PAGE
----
Walking us through the ephemeral life of a one hundred year old house and the people who have called it home, this exposition is imaginative and experiential. Carver’s contemplation of place and memory are at times sought through the audaciousness of a child, and at others, through the modesty of a layman. Her approach gives way to a delightful and thoughtful exploration of these topics, and is what really sets the framework for understanding the show as a whole. As we embark on Carver’s journey let, “our contemplations of the cosmos start” (Carl Sagan, from A Personal Voyage: The Shores of the Cosmic Ocean).
On: The Cosmos and Things We Love
Everyone had that thing. It was the one thing they knew they would grab if the house burned down. It was the thing that transcended monetary value and that in the end really just meant something to them. We see it with kids as they hold tight to their boxcars and blankets, and we see it in this show in Music from The Cosmos. As the first chronological piece of work, this PBS audio serves a prelude to the exhibition.
Positioned on a pedestal but stuck in time, the SchoolMate cassette player is this sort of technological capsule. Emanating from within is Carl Sagan in all his glory (thank you, 1980s). But resounding even louder than the grandiose soundtrack is this overt recognition of our youthful disposition towards object and novelty. Interactive by nature, the operational modes of the tape player invite the viewer to play, to remember, to reminisce, to long. As you press the “play” button, the melodic nostalgia begins to exude.
This emotional attachment to things plays a pertinent role in Carver’s work. We see how our affection for things turns things into sacred things; how we fill our homes with things that bring both comfort and salvation, things we revere and eventually learn to fear. We’re protected by a fortress of object-ivity; a sanctuary of sentiment. This religious practice is what devises our sense of place, our sense of safety and of home.
On: Heritage and In Abstentia
Coinciding with this notion of place as spirituality is the paralleling theme of belonging.
Carver creates this sort of unconventional, and dare I say trending, frame (see: macramé wall hangings) as the backdrop for her remnant treasures. The breadth of the sculpture’s reach is wide as it dabbles in queries ranging from personal to theoretical. What is so uncanny about the sculpture is the strange juxtaposition between human presence and human absence. We identify with the items through our own personal experience; pulling an ice cube tray from a freezer, mending a tear, or spreading butter on a biscuit. While at the same time, these very items point us to human absence, the presence to whom these items once belonged.
So as we think about belonging and how the concept of the show fits into our own lives (what does an artist moving into a 100 year old house have to do with us, anyway?) we can think about this piece. Truly, we are children of time. We are the offspring of those we will never know. Our lives are connected and interrelated and we know that because of a Country Crock butter tub.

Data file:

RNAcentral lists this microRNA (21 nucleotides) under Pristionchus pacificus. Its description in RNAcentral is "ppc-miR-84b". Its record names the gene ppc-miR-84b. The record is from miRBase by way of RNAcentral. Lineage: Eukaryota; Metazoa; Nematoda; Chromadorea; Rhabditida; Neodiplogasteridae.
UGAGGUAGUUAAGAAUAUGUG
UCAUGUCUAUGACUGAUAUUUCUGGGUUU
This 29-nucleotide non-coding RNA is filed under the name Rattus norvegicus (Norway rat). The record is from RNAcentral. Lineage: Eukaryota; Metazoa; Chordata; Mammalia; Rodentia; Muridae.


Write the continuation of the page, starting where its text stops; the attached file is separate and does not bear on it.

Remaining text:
On: Brain Waves and Readymades
With the playful overtones and surprising undertones, the nature of Carver’s work seems whimsy and perhaps at chance. But upholding the work are pointed formal choices that really set the peculiarity and oddity up for success. Take googly eyes, for example.
Seen in this piece (but not in this photograph) is in fact, a set of googly eyes fixated behind a light switch cover mounted to the wall. It is not until several examinations later that you realize this miniature assemblage is part of the composition on the floor (see above). There is something very childlike about the construction of this readymade, the glued-to-the-wall-eye-balls, the absurdity of ball-filled-shoes, and the questionable co-existence of the two. But what is so gripping about this piece is its stark representation our very minds and their capacity to retain and conceive.
Our memory really is a readymade in how constructs our understanding of things passed; how it pieces together all of these pre-existing experiences to present a single moment in time; how it positions our mind to know what we know of things and to re-consider them, still. We see the physical manifestation of this throughout Carver’s work, but even more, she beckons the power of the readymade as a larger metaphor for the show.
The success of the show really stems from Carver’s ability to tap into the viewer’s sense of play and aptitude for reflection. She accomplishes this through balanced eccentricism and strategic whim. Fielding antiquities into the contemporary realm, we learn to navigate the present as it pertains to the past.
In the ironic (and terribly irrelevant) words of Carl Sagan: “The Cosmos is all that is, or ever was, or ever will be.” For more cosmic insight, visit the Art Academy of Cincinnati at 1212 Jackson Street in Downtown Cincinnati.